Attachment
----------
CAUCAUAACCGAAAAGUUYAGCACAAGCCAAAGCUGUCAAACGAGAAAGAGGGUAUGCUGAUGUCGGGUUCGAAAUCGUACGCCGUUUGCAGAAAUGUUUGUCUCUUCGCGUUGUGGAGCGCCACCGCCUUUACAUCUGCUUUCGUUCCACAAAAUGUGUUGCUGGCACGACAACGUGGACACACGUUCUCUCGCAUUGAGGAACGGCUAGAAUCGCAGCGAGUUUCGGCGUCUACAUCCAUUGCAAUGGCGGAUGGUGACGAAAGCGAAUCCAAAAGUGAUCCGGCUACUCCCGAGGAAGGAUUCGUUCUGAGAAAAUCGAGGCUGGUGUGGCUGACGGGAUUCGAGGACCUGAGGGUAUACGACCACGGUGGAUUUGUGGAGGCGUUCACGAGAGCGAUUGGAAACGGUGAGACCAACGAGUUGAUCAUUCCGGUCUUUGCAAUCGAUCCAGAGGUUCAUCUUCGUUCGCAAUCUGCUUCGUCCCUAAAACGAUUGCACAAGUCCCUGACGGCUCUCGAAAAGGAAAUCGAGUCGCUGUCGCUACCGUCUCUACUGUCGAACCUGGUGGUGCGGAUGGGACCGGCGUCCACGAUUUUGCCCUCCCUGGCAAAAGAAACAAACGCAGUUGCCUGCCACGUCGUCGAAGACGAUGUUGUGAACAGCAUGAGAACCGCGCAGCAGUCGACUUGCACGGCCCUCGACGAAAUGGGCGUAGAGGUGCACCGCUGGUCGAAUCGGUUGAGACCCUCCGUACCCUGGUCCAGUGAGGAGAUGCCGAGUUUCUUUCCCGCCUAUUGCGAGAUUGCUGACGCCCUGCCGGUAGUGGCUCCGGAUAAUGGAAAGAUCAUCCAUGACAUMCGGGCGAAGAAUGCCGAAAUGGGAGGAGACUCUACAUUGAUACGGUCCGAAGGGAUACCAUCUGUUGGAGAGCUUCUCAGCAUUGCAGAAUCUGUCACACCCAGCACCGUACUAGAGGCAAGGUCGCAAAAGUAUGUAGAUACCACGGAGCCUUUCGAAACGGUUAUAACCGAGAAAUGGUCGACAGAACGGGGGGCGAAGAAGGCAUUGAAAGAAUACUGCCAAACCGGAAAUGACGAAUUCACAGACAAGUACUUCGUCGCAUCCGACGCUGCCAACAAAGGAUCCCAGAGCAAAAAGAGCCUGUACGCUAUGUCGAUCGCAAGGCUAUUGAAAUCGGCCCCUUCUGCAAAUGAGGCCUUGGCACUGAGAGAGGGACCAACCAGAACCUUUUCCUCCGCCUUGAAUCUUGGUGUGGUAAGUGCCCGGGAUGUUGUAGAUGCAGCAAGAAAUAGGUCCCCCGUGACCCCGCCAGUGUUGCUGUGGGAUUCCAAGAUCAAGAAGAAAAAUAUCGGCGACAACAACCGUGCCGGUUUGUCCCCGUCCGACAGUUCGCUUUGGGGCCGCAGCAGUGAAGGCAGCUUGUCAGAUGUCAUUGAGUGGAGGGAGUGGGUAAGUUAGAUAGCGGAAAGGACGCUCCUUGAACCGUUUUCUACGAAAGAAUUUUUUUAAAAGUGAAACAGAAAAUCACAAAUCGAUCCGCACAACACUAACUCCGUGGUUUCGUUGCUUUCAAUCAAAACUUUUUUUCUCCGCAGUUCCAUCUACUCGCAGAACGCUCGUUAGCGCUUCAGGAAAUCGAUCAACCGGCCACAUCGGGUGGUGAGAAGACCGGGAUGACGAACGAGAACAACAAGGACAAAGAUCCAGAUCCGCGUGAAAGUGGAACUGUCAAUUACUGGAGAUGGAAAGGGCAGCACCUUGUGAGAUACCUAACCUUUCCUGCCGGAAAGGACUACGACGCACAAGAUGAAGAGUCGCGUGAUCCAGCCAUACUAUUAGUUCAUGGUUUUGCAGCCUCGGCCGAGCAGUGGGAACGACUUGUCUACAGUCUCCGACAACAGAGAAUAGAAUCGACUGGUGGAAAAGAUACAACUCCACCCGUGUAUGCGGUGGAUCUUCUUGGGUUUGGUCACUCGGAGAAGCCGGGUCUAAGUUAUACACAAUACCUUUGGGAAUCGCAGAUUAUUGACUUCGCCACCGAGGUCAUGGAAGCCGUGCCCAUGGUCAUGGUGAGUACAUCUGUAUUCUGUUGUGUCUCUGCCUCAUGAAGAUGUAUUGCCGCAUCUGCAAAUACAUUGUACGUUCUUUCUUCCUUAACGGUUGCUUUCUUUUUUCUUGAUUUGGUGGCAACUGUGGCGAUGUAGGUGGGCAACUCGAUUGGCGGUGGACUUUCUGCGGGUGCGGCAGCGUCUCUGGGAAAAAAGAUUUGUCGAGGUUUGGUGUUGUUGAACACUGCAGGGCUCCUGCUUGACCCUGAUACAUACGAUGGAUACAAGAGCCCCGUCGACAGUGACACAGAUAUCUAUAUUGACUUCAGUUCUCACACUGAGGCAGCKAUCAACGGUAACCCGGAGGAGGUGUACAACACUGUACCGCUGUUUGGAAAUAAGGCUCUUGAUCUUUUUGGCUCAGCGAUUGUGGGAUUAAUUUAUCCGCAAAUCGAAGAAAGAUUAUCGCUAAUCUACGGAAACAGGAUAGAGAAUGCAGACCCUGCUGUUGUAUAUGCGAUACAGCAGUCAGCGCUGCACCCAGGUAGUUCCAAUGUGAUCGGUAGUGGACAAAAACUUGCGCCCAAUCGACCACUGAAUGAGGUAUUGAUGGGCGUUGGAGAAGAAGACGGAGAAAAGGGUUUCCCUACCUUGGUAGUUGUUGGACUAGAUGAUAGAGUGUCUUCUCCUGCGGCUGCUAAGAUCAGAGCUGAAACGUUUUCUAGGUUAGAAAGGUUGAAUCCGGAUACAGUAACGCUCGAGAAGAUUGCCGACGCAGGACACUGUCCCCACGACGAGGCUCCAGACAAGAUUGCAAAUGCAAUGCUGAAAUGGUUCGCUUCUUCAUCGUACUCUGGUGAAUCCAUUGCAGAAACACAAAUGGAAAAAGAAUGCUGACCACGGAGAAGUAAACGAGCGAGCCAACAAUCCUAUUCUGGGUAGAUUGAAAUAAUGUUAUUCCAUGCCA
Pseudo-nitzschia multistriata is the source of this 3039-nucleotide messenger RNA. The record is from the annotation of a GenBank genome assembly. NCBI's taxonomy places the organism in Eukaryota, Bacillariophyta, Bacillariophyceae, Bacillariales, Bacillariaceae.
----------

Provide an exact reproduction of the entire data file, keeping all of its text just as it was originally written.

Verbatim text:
CAUCAUAACCGAAAAGUUYAGCACAAGCCAAAGCUGUCAAACGAGAAAGAGGGUAUGCUGAUGUCGGGUUCGAAAUCGUACGCCGUUUGCAGAAAUGUUUGUCUCUUCGCGUUGUGGAGCGCCACCGCCUUUACAUCUGCUUUCGUUCCACAAAAUGUGUUGCUGGCACGACAACGUGGACACACGUUCUCUCGCAUUGAGGAACGGCUAGAAUCGCAGCGAGUUUCGGCGUCUACAUCCAUUGCAAUGGCGGAUGGUGACGAAAGCGAAUCCAAAAGUGAUCCGGCUACUCCCGAGGAAGGAUUCGUUCUGAGAAAAUCGAGGCUGGUGUGGCUGACGGGAUUCGAGGACCUGAGGGUAUACGACCACGGUGGAUUUGUGGAGGCGUUCACGAGAGCGAUUGGAAACGGUGAGACCAACGAGUUGAUCAUUCCGGUCUUUGCAAUCGAUCCAGAGGUUCAUCUUCGUUCGCAAUCUGCUUCGUCCCUAAAACGAUUGCACAAGUCCCUGACGGCUCUCGAAAAGGAAAUCGAGUCGCUGUCGCUACCGUCUCUACUGUCGAACCUGGUGGUGCGGAUGGGACCGGCGUCCACGAUUUUGCCCUCCCUGGCAAAAGAAACAAACGCAGUUGCCUGCCACGUCGUCGAAGACGAUGUUGUGAACAGCAUGAGAACCGCGCAGCAGUCGACUUGCACGGCCCUCGACGAAAUGGGCGUAGAGGUGCACCGCUGGUCGAAUCGGUUGAGACCCUCCGUACCCUGGUCCAGUGAGGAGAUGCCGAGUUUCUUUCCCGCCUAUUGCGAGAUUGCUGACGCCCUGCCGGUAGUGGCUCCGGAUAAUGGAAAGAUCAUCCAUGACAUMCGGGCGAAGAAUGCCGAAAUGGGAGGAGACUCUACAUUGAUACGGUCCGAAGGGAUACCAUCUGUUGGAGAGCUUCUCAGCAUUGCAGAAUCUGUCACACCCAGCACCGUACUAGAGGCAAGGUCGCAAAAGUAUGUAGAUACCACGGAGCCUUUCGAAACGGUUAUAACCGAGAAAUGGUCGACAGAACGGGGGGCGAAGAAGGCAUUGAAAGAAUACUGCCAAACCGGAAAUGACGAAUUCACAGACAAGUACUUCGUCGCAUCCGACGCUGCCAACAAAGGAUCCCAGAGCAAAAAGAGCCUGUACGCUAUGUCGAUCGCAAGGCUAUUGAAAUCGGCCCCUUCUGCAAAUGAGGCCUUGGCACUGAGAGAGGGACCAACCAGAACCUUUUCCUCCGCCUUGAAUCUUGGUGUGGUAAGUGCCCGGGAUGUUGUAGAUGCAGCAAGAAAUAGGUCCCCCGUGACCCCGCCAGUGUUGCUGUGGGAUUCCAAGAUCAAGAAGAAAAAUAUCGGCGACAACAACCGUGCCGGUUUGUCCCCGUCCGACAGUUCGCUUUGGGGCCGCAGCAGUGAAGGCAGCUUGUCAGAUGUCAUUGAGUGGAGGGAGUGGGUAAGUUAGAUAGCGGAAAGGACGCUCCUUGAACCGUUUUCUACGAAAGAAUUUUUUUAAAAGUGAAACAGAAAAUCACAAAUCGAUCCGCACAACACUAACUCCGUGGUUUCGUUGCUUUCAAUCAAAACUUUUUUUCUCCGCAGUUCCAUCUACUCGCAGAACGCUCGUUAGCGCUUCAGGAAAUCGAUCAACCGGCCACAUCGGGUGGUGAGAAGACCGGGAUGACGAACGAGAACAACAAGGACAAAGAUCCAGAUCCGCGUGAAAGUGGAACUGUCAAUUACUGGAGAUGGAAAGGGCAGCACCUUGUGAGAUACCUAACCUUUCCUGCCGGAAAGGACUACGACGCACAAGAUGAAGAGUCGCGUGAUCCAGCCAUACUAUUAGUUCAUGGUUUUGCAGCCUCGGCCGAGCAGUGGGAACGACUUGUCUACAGUCUCCGACAACAGAGAAUAGAAUCGACUGGUGGAAAAGAUACAACUCCACCCGUGUAUGCGGUGGAUCUUCUUGGGUUUGGUCACUCGGAGAAGCCGGGUCUAAGUUAUACACAAUACCUUUGGGAAUCGCAGAUUAUUGACUUCGCCACCGAGGUCAUGGAAGCCGUGCCCAUGGUCAUGGUGAGUACAUCUGUAUUCUGUUGUGUCUCUGCCUCAUGAAGAUGUAUUGCCGCAUCUGCAAAUACAUUGUACGUUCUUUCUUCCUUAACGGUUGCUUUCUUUUUUCUUGAUUUGGUGGCAACUGUGGCGAUGUAGGUGGGCAACUCGAUUGGCGGUGGACUUUCUGCGGGUGCGGCAGCGUCUCUGGGAAAAAAGAUUUGUCGAGGUUUGGUGUUGUUGAACACUGCAGGGCUCCUGCUUGACCCUGAUACAUACGAUGGAUACAAGAGCCCCGUCGACAGUGACACAGAUAUCUAUAUUGACUUCAGUUCUCACACUGAGGCAGCKAUCAACGGUAACCCGGAGGAGGUGUACAACACUGUACCGCUGUUUGGAAAUAAGGCUCUUGAUCUUUUUGGCUCAGCGAUUGUGGGAUUAAUUUAUCCGCAAAUCGAAGAAAGAUUAUCGCUAAUCUACGGAAACAGGAUAGAGAAUGCAGACCCUGCUGUUGUAUAUGCGAUACAGCAGUCAGCGCUGCACCCAGGUAGUUCCAAUGUGAUCGGUAGUGGACAAAAACUUGCGCCCAAUCGACCACUGAAUGAGGUAUUGAUGGGCGUUGGAGAAGAAGACGGAGAAAAGGGUUUCCCUACCUUGGUAGUUGUUGGACUAGAUGAUAGAGUGUCUUCUCCUGCGGCUGCUAAGAUCAGAGCUGAAACGUUUUCUAGGUUAGAAAGGUUGAAUCCGGAUACAGUAACGCUCGAGAAGAUUGCCGACGCAGGACACUGUCCCCACGACGAGGCUCCAGACAAGAUUGCAAAUGCAAUGCUGAAAUGGUUCGCUUCUUCAUCGUACUCUGGUGAAUCCAUUGCAGAAACACAAAUGGAAAAAGAAUGCUGACCACGGAGAAGUAAACGAGCGAGCCAACAAUCCUAUUCUGGGUAGAUUGAAAUAAUGUUAUUCCAUGCCA
Pseudo-nitzschia multistriata is the source of this 3039-nucleotide messenger RNA. The record is from the annotation of a GenBank genome assembly. NCBI's taxonomy places the organism in Eukaryota, Bacillariophyta, Bacillariophyceae, Bacillariales, Bacillariaceae.